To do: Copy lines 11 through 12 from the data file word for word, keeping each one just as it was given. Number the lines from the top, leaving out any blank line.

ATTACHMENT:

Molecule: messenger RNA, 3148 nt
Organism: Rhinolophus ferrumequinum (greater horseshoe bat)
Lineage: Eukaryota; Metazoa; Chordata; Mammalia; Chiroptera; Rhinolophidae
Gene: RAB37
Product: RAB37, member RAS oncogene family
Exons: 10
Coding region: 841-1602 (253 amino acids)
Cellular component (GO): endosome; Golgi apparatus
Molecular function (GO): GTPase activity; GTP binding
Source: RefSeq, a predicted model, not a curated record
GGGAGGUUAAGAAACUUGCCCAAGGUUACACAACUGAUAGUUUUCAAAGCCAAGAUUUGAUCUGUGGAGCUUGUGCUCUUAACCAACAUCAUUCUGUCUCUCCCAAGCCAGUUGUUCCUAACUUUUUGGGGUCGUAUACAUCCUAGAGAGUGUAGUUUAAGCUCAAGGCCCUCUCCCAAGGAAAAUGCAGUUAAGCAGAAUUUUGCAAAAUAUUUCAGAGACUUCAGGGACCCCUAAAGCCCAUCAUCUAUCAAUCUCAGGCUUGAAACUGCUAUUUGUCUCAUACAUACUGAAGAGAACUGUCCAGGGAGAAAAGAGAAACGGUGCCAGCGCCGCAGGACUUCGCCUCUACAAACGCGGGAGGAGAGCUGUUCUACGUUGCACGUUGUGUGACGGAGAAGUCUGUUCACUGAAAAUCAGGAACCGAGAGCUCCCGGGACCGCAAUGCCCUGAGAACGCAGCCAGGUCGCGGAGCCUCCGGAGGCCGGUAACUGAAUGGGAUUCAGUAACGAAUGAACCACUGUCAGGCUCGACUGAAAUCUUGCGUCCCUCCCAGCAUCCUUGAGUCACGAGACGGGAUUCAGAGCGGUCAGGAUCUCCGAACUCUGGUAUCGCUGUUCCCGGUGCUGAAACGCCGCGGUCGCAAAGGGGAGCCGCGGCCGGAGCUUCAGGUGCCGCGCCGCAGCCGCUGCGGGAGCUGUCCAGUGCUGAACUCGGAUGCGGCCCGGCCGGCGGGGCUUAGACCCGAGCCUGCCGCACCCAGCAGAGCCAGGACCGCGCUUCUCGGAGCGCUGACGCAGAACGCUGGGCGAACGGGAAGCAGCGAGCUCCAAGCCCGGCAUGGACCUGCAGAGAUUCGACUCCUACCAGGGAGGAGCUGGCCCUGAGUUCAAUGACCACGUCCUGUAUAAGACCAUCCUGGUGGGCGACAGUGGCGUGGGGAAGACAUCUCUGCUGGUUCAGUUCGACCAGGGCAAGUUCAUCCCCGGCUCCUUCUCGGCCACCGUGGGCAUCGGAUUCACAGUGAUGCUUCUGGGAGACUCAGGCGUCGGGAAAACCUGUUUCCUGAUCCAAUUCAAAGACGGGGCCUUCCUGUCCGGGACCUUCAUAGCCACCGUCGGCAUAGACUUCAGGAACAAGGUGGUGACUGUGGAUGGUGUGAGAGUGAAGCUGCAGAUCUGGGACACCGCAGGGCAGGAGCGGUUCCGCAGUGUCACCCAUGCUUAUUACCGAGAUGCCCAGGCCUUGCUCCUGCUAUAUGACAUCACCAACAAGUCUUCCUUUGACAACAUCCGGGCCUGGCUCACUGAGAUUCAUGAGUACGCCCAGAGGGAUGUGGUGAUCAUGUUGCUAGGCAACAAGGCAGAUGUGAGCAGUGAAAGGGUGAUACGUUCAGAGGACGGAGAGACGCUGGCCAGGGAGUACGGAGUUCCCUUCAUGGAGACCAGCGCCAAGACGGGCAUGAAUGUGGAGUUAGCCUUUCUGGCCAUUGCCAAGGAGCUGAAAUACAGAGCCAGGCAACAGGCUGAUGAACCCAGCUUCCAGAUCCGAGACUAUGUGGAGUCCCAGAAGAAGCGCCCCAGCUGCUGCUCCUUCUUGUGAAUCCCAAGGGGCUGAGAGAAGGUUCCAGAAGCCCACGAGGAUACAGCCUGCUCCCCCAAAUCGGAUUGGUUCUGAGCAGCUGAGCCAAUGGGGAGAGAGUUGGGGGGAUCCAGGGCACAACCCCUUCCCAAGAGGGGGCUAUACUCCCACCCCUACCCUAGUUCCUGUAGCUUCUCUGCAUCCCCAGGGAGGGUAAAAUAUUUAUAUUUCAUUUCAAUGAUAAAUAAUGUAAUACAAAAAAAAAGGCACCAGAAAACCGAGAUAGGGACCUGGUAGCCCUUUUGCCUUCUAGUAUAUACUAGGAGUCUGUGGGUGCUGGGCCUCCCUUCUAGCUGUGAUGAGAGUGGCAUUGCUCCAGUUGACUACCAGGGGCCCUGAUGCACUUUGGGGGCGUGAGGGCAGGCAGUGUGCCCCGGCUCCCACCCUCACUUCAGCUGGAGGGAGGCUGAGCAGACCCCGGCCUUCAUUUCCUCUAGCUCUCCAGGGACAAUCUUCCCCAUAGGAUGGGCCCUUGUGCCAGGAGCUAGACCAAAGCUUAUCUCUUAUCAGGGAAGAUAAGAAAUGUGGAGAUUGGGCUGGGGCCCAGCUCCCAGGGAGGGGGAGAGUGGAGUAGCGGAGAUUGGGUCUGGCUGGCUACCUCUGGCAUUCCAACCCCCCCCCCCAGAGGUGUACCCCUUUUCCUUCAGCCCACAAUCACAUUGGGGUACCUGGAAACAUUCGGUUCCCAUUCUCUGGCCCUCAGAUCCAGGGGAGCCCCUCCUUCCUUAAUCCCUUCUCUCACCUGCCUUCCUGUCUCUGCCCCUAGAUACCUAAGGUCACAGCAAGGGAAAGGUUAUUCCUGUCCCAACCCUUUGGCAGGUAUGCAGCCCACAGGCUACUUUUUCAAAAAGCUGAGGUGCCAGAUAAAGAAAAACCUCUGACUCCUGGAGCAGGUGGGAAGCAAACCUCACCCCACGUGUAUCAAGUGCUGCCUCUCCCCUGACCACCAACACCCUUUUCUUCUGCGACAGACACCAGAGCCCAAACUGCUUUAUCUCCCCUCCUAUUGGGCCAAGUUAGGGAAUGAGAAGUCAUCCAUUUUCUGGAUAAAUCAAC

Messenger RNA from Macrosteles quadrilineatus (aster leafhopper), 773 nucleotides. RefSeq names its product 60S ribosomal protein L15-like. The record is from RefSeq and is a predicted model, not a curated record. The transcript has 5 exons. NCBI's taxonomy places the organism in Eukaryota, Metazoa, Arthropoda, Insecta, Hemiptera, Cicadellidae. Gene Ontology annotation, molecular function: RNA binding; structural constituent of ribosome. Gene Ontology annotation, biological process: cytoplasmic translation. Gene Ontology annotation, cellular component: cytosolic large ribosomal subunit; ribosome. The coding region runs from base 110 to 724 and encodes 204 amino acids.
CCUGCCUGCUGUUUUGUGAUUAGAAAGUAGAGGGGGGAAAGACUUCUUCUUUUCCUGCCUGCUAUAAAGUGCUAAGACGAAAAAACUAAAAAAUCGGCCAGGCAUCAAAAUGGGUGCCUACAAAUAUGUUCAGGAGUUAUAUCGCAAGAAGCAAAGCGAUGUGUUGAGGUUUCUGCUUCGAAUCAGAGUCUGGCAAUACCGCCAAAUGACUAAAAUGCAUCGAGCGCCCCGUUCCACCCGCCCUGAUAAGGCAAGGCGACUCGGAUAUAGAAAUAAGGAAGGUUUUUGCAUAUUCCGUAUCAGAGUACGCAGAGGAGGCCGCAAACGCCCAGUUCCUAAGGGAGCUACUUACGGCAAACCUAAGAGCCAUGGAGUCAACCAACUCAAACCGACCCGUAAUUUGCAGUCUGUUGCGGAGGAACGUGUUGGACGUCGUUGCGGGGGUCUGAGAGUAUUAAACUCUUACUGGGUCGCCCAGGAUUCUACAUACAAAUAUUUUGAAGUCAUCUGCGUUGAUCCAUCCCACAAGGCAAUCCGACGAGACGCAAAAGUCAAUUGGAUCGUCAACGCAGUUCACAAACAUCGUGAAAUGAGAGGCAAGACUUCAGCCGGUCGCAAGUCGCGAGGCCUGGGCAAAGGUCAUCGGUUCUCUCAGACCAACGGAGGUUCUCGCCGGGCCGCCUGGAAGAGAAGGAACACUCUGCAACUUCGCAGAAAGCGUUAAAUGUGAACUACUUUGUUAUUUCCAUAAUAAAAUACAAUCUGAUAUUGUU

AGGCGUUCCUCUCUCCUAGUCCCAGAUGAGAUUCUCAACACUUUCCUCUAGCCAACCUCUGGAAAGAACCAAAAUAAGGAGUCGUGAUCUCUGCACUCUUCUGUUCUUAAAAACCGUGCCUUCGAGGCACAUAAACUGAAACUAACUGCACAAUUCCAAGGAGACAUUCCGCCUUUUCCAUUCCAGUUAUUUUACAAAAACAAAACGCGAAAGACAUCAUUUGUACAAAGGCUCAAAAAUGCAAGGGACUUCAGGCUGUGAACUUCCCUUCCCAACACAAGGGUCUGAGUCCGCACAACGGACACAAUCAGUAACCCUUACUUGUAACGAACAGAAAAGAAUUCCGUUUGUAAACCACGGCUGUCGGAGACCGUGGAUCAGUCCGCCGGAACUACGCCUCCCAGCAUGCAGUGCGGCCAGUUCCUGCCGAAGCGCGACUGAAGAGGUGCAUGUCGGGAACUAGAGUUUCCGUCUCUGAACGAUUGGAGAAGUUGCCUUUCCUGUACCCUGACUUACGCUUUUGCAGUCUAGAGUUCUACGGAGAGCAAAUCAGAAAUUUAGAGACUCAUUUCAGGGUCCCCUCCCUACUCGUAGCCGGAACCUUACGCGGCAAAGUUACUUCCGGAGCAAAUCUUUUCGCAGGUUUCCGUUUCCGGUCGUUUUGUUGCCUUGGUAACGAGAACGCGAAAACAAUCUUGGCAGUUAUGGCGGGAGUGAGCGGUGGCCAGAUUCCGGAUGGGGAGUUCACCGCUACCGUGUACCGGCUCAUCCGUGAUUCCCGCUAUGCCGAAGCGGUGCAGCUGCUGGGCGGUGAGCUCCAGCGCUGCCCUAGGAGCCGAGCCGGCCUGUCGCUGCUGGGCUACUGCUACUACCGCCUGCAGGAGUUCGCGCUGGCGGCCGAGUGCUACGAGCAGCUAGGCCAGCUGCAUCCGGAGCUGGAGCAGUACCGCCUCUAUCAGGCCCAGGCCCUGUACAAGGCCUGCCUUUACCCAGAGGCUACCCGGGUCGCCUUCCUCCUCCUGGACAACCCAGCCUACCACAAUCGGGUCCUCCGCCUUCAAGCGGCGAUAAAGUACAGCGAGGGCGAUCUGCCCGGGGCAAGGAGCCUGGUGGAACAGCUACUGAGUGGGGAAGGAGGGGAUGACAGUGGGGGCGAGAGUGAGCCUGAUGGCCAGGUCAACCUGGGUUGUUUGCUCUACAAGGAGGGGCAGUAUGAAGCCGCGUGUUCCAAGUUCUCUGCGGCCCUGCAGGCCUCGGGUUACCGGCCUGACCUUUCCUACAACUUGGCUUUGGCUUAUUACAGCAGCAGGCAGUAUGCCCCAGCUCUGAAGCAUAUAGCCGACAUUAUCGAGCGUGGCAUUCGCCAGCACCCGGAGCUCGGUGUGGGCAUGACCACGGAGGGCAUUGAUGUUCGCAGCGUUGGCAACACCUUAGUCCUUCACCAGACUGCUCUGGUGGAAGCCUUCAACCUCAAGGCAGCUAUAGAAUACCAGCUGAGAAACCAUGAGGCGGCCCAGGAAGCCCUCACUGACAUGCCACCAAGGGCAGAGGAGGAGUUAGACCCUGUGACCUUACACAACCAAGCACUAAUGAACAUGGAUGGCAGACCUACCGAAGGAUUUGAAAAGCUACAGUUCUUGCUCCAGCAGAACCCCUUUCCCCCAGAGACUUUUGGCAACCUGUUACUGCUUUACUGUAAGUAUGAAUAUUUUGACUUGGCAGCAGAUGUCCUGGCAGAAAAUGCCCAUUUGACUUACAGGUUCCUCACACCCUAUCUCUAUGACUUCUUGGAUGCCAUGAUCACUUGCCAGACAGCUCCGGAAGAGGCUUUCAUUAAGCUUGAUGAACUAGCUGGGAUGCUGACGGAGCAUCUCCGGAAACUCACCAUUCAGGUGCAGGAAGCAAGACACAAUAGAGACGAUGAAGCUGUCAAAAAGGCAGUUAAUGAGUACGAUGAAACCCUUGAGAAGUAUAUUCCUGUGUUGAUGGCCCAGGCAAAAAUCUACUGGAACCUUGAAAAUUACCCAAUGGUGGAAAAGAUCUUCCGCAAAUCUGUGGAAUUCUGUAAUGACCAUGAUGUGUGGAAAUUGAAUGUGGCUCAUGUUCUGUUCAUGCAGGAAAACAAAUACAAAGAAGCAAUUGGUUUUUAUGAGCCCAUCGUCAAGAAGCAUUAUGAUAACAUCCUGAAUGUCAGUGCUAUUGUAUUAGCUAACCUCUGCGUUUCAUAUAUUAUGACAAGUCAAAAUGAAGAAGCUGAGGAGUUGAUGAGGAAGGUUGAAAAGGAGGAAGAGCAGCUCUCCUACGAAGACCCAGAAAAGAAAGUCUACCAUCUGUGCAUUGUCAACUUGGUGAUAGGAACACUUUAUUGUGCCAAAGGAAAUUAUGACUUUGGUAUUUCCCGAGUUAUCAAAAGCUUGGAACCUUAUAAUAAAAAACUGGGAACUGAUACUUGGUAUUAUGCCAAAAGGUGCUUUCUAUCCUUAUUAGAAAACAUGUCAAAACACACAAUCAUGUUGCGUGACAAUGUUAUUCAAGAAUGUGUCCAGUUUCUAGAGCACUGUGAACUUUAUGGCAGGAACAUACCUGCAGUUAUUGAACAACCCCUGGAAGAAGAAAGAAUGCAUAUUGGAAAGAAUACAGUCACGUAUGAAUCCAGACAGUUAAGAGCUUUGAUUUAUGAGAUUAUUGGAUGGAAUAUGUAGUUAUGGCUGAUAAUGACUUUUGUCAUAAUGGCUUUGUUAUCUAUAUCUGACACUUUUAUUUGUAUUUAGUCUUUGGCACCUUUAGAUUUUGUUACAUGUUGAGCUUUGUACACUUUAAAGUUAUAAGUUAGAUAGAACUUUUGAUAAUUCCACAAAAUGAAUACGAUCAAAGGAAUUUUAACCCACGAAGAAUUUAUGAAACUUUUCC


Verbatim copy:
GGGAGGUUAAGAAACUUGCCCAAGGUUACACAACUGAUAGUUUUCAAAGCCAAGAUUUGAUCUGUGGAGCUUGUGCUCUUAACCAACAUCAUUCUGUCUCUCCCAAGCCAGUUGUUCCUAACUUUUUGGGGUCGUAUACAUCCUAGAGAGUGUAGUUUAAGCUCAAGGCCCUCUCCCAAGGAAAAUGCAGUUAAGCAGAAUUUUGCAAAAUAUUUCAGAGACUUCAGGGACCCCUAAAGCCCAUCAUCUAUCAAUCUCAGGCUUGAAACUGCUAUUUGUCUCAUACAUACUGAAGAGAACUGUCCAGGGAGAAAAGAGAAACGGUGCCAGCGCCGCAGGACUUCGCCUCUACAAACGCGGGAGGAGAGCUGUUCUACGUUGCACGUUGUGUGACGGAGAAGUCUGUUCACUGAAAAUCAGGAACCGAGAGCUCCCGGGACCGCAAUGCCCUGAGAACGCAGCCAGGUCGCGGAGCCUCCGGAGGCCGGUAACUGAAUGGGAUUCAGUAACGAAUGAACCACUGUCAGGCUCGACUGAAAUCUUGCGUCCCUCCCAGCAUCCUUGAGUCACGAGACGGGAUUCAGAGCGGUCAGGAUCUCCGAACUCUGGUAUCGCUGUUCCCGGUGCUGAAACGCCGCGGUCGCAAAGGGGAGCCGCGGCCGGAGCUUCAGGUGCCGCGCCGCAGCCGCUGCGGGAGCUGUCCAGUGCUGAACUCGGAUGCGGCCCGGCCGGCGGGGCUUAGACCCGAGCCUGCCGCACCCAGCAGAGCCAGGACCGCGCUUCUCGGAGCGCUGACGCAGAACGCUGGGCGAACGGGAAGCAGCGAGCUCCAAGCCCGGCAUGGACCUGCAGAGAUUCGACUCCUACCAGGGAGGAGCUGGCCCUGAGUUCAAUGACCACGUCCUGUAUAAGACCAUCCUGGUGGGCGACAGUGGCGUGGGGAAGACAUCUCUGCUGGUUCAGUUCGACCAGGGCAAGUUCAUCCCCGGCUCCUUCUCGGCCACCGUGGGCAUCGGAUUCACAGUGAUGCUUCUGGGAGACUCAGGCGUCGGGAAAACCUGUUUCCUGAUCCAAUUCAAAGACGGGGCCUUCCUGUCCGGGACCUUCAUAGCCACCGUCGGCAUAGACUUCAGGAACAAGGUGGUGACUGUGGAUGGUGUGAGAGUGAAGCUGCAGAUCUGGGACACCGCAGGGCAGGAGCGGUUCCGCAGUGUCACCCAUGCUUAUUACCGAGAUGCCCAGGCCUUGCUCCUGCUAUAUGACAUCACCAACAAGUCUUCCUUUGACAACAUCCGGGCCUGGCUCACUGAGAUUCAUGAGUACGCCCAGAGGGAUGUGGUGAUCAUGUUGCUAGGCAACAAGGCAGAUGUGAGCAGUGAAAGGGUGAUACGUUCAGAGGACGGAGAGACGCUGGCCAGGGAGUACGGAGUUCCCUUCAUGGAGACCAGCGCCAAGACGGGCAUGAAUGUGGAGUUAGCCUUUCUGGCCAUUGCCAAGGAGCUGAAAUACAGAGCCAGGCAACAGGCUGAUGAACCCAGCUUCCAGAUCCGAGACUAUGUGGAGUCCCAGAAGAAGCGCCCCAGCUGCUGCUCCUUCUUGUGAAUCCCAAGGGGCUGAGAGAAGGUUCCAGAAGCCCACGAGGAUACAGCCUGCUCCCCCAAAUCGGAUUGGUUCUGAGCAGCUGAGCCAAUGGGGAGAGAGUUGGGGGGAUCCAGGGCACAACCCCUUCCCAAGAGGGGGCUAUACUCCCACCCCUACCCUAGUUCCUGUAGCUUCUCUGCAUCCCCAGGGAGGGUAAAAUAUUUAUAUUUCAUUUCAAUGAUAAAUAAUGUAAUACAAAAAAAAAGGCACCAGAAAACCGAGAUAGGGACCUGGUAGCCCUUUUGCCUUCUAGUAUAUACUAGGAGUCUGUGGGUGCUGGGCCUCCCUUCUAGCUGUGAUGAGAGUGGCAUUGCUCCAGUUGACUACCAGGGGCCCUGAUGCACUUUGGGGGCGUGAGGGCAGGCAGUGUGCCCCGGCUCCCACCCUCACUUCAGCUGGAGGGAGGCUGAGCAGACCCCGGCCUUCAUUUCCUCUAGCUCUCCAGGGACAAUCUUCCCCAUAGGAUGGGCCCUUGUGCCAGGAGCUAGACCAAAGCUUAUCUCUUAUCAGGGAAGAUAAGAAAUGUGGAGAUUGGGCUGGGGCCCAGCUCCCAGGGAGGGGGAGAGUGGAGUAGCGGAGAUUGGGUCUGGCUGGCUACCUCUGGCAUUCCAACCCCCCCCCCCAGAGGUGUACCCCUUUUCCUUCAGCCCACAAUCACAUUGGGGUACCUGGAAACAUUCGGUUCCCAUUCUCUGGCCCUCAGAUCCAGGGGAGCCCCUCCUUCCUUAAUCCCUUCUCUCACCUGCCUUCCUGUCUCUGCCCCUAGAUACCUAAGGUCACAGCAAGGGAAAGGUUAUUCCUGUCCCAACCCUUUGGCAGGUAUGCAGCCCACAGGCUACUUUUUCAAAAAGCUGAGGUGCCAGAUAAAGAAAAACCUCUGACUCCUGGAGCAGGUGGGAAGCAAACCUCACCCCACGUGUAUCAAGUGCUGCCUCUCCCCUGACCACCAACACCCUUUUCUUCUGCGACAGACACCAGAGCCCAAACUGCUUUAUCUCCCCUCCUAUUGGGCCAAGUUAGGGAAUGAGAAGUCAUCCAUUUUCUGGAUAAAUCAAC

Messenger RNA from Macrosteles quadrilineatus (aster leafhopper), 773 nucleotides. RefSeq names its product 60S ribosomal protein L15-like. The record is from RefSeq and is a predicted model, not a curated record. The transcript has 5 exons. NCBI's taxonomy places the organism in Eukaryota, Metazoa, Arthropoda, Insecta, Hemiptera, Cicadellidae. Gene Ontology annotation, molecular function: RNA binding; structural constituent of ribosome. Gene Ontology annotation, biological process: cytoplasmic translation. Gene Ontology annotation, cellular component: cytosolic large ribosomal subunit; ribosome. The coding region runs from base 110 to 724 and encodes 204 amino acids.